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 Post subject: Muscovy laying habits
PostPosted: Sun Feb 22, 2009 9:14 pm 
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Junior Champion Bird
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Location: Central Highlands, Qld
My muscovy became very broody and was sitting on a bunch of eggs. I didn't want cross breed ducklings so I ordered some runner eggs to swap with her eggs. Unfortunately last week we had lots of rain and her nest got flooded and although I tried to save the eggs she has now abandoned them. My problem is that the runner eggs will arrive either Tues or Wed. I have an incubator but I really wanted her to hatch the eggs so that she would look after the ducklings. Is it possible that she will start another nest or do muscovies only lay one batch a season?

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PostPosted: Sun Feb 22, 2009 11:11 pm 
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Great Game
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Ok - I have a muscovy that will lay again within 2 weeks of the ducklings being taken from her (at one week old) BUT in this weather she may go off for a while. Has she completely abandoned the eggs, or the nest? I'd try to put some of the 'wet' eggs in a dry nest in the same area and see if she'll go back on; just a thought. I have a different duck that is young (sitting on 3rd clutch right now) and she will only sit under a piece of roofing iron in the open as when she had her first nest it poured and I put an old piece of iron over her to keep the rain off. She is currently sitting on 2 eggs under this piece of iron with the water flowing around her, up off the ground on sticks, branches, leaves and hay; I thought she had no chance of hatching but candled them tonight to find 2 very healthy ducklings growing inside! You could also try the runner eggs under a broody chook but remember in any case the humidity at the end has to be higher than for a chook egg.

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PostPosted: Sun Feb 22, 2009 11:32 pm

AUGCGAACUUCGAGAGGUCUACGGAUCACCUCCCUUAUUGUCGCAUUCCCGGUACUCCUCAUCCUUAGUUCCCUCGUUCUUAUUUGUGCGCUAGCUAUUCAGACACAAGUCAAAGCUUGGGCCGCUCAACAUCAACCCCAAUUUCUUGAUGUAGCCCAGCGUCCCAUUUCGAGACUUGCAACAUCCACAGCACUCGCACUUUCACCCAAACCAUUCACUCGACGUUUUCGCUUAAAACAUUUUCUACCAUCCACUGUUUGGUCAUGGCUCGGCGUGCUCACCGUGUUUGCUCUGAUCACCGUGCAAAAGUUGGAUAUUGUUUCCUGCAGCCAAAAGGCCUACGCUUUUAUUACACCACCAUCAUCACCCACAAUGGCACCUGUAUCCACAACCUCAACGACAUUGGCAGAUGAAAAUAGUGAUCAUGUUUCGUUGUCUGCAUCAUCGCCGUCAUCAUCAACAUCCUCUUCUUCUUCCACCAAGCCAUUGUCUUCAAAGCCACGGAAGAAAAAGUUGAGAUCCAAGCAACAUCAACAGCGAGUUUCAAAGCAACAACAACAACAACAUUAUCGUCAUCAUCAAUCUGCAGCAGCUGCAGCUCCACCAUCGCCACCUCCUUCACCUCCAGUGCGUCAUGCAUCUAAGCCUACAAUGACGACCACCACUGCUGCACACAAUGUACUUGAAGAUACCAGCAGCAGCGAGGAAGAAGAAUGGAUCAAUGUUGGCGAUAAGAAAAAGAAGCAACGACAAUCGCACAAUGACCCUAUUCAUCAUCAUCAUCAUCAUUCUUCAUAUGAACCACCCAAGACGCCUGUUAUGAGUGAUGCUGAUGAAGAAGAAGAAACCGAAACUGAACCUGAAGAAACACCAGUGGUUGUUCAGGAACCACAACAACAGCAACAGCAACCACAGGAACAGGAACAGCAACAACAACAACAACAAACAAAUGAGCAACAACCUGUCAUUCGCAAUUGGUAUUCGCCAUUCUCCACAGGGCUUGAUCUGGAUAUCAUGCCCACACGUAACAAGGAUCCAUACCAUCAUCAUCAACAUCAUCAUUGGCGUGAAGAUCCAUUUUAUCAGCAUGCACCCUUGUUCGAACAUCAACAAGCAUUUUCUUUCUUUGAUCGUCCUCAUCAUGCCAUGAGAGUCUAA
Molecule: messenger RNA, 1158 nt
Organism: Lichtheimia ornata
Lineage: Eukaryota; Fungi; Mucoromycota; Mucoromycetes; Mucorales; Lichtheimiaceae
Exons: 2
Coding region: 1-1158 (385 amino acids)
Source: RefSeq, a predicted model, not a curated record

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Wise One
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stutzygirl wrote:
Is it possible that she will start another nest?

You may find, at this time of the year, that your mussie girl will go into a heavy moult now, meaning she won't be wanting to lay and hatch eggs for awhile. Still, some of my girls are still laying, even though half moulted, so guess anything is possible.


stutzygirl wrote:
or do muscovies only lay one batch a season?

Mussies can hatch two, three or even more clutches a season. If ducklings are left with mum for longer periods, then probably less batches. But if ducklings are removed early, mum will have a little time to get over her broodiness, then will commence to lay another clutch. The earlier in the season she commences laying/setting will also influence the number of young she will/can hatch in a season.

As she is no longer interested in brooding, you may have to use your incubator or find an alternative broody for your runner eggs

Cheers :)

rollyard


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PostPosted: Mon Feb 23, 2009 10:20 am 
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Junior Champion Bird
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Natobeth wrote:
Has she completely abandoned the eggs, or the nest?


Yes I dried them off then put them in the same nest but she kept kicking the eggs out and letting them go cold. When I candled them, only 3 had embryos in them but they had died.